Last week, all the major parties in England laid out their bids to be trusted with the future of the NHS. The bids were partly denominated in hard cash as each pledged higher spending. But observers could be forgiven for still having quite a few questions.
Why this amount? Is it enough?
There was a time when politicians did their best to ignore warnings about the financial squeeze facing the health service. When the Nuffield Trust warned of an emerging funding gap back in July 2014, Government minister Dan Poulter confidently said we were mistaken.
NHS England’s Five Year Forward View, coming as NHS trust finances continued to deteriorate, marked a turning point in attitudes. It gave a clear, accessible rationale for a certain amount of increased funding: in order to keep spending per person steady, adjusting for the aging population. This would require a roughly 1.5 per cent spending increase a year based on the current budget – or £8 billion by 2020. This is the source for the Conservative and Liberal Democrat spending pledges.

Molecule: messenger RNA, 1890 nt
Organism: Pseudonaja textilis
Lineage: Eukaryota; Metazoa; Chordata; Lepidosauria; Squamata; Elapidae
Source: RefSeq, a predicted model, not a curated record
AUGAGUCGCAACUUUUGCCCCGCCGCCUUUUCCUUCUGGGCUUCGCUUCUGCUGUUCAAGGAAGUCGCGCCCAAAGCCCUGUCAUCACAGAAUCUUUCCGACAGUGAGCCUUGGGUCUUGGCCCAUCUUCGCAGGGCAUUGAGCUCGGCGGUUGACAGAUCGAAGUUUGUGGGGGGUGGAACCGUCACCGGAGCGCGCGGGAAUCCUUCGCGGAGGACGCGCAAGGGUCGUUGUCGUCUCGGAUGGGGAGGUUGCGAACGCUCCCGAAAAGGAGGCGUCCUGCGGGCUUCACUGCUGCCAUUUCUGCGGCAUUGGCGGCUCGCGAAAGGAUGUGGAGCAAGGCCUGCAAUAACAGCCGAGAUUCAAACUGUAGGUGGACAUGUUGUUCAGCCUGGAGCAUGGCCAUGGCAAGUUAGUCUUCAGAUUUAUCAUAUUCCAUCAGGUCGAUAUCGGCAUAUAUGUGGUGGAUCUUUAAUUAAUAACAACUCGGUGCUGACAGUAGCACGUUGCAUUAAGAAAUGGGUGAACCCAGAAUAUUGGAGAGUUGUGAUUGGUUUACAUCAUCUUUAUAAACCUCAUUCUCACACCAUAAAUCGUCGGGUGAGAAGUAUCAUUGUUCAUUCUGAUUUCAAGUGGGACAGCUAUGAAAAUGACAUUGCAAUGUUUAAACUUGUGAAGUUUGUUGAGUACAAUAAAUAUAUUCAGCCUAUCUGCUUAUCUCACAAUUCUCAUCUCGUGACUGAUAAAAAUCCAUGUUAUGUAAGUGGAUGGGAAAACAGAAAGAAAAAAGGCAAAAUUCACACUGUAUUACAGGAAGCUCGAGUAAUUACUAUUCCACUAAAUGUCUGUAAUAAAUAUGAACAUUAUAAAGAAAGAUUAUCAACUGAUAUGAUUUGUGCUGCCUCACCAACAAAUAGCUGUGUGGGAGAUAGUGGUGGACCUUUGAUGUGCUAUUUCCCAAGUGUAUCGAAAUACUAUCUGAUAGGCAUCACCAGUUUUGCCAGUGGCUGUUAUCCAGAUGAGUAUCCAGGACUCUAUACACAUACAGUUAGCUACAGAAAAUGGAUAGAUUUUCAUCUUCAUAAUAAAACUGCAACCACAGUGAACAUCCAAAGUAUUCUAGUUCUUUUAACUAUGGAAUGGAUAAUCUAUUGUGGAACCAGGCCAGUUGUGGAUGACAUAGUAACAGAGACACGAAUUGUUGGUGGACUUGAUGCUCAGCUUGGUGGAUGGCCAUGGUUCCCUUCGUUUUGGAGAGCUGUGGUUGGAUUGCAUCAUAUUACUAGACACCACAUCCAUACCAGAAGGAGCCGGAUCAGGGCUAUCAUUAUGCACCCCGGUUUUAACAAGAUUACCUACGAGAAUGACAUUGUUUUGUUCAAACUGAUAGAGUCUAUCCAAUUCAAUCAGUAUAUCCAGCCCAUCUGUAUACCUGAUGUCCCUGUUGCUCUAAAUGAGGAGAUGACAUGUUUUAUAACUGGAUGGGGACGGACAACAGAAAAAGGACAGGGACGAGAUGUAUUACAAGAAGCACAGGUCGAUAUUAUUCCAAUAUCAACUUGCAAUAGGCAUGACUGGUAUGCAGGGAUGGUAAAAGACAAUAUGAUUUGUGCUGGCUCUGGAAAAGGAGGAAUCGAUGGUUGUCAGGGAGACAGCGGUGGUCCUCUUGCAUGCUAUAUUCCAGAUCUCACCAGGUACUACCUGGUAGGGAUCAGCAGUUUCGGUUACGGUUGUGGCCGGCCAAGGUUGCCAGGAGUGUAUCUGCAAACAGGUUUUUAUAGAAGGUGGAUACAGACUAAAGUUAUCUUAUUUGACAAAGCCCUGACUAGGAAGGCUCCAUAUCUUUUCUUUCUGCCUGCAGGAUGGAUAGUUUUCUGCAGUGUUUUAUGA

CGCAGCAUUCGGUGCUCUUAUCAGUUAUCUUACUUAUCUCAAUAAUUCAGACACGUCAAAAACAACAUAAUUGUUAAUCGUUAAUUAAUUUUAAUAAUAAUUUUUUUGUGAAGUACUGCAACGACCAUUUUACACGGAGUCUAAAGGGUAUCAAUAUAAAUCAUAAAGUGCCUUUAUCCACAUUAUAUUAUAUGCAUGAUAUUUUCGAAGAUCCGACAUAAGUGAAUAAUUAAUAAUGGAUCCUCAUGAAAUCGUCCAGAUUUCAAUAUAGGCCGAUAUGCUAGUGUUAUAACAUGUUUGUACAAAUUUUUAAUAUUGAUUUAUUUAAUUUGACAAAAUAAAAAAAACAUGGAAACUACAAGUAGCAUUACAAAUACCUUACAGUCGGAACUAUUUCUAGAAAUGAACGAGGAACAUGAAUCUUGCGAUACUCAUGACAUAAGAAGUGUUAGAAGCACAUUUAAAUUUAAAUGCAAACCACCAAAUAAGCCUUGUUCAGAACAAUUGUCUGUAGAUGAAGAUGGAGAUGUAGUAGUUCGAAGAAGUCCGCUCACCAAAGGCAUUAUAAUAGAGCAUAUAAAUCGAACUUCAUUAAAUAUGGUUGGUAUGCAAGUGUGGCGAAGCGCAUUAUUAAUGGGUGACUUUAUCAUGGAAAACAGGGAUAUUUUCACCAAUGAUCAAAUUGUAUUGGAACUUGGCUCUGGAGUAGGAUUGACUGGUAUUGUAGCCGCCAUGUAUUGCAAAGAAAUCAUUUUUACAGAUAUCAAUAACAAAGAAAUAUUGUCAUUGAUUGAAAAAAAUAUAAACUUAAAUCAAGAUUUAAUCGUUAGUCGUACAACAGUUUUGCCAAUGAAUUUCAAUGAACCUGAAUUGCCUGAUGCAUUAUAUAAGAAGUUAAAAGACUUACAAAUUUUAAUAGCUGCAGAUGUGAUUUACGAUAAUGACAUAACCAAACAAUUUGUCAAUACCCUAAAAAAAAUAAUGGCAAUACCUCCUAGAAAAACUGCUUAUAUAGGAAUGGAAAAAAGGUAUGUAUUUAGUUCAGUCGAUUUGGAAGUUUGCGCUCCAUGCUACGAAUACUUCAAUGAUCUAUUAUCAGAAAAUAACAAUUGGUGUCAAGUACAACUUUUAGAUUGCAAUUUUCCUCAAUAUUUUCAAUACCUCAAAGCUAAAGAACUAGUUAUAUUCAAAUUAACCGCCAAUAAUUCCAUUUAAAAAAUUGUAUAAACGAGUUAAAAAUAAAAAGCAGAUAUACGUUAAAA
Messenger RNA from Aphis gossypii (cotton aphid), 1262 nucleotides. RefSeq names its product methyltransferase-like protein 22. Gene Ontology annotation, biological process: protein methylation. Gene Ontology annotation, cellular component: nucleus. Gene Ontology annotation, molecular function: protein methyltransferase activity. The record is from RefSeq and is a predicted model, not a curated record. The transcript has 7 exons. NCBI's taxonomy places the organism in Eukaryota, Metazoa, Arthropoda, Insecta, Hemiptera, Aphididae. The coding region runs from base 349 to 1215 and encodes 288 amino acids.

However, with more expensive drugs and pressure on staff pay pushing the bill up even further, that £8 billion would still require the NHS to find productivity savings of 2-3 per cent each year. This would be hugely ambitious for the economy as a whole , let alone health care, where heavy reliance on the human touch makes improving efficiency especially tough. David Nicholson, NHS England Chief Executive until last year, called it a “big ask”.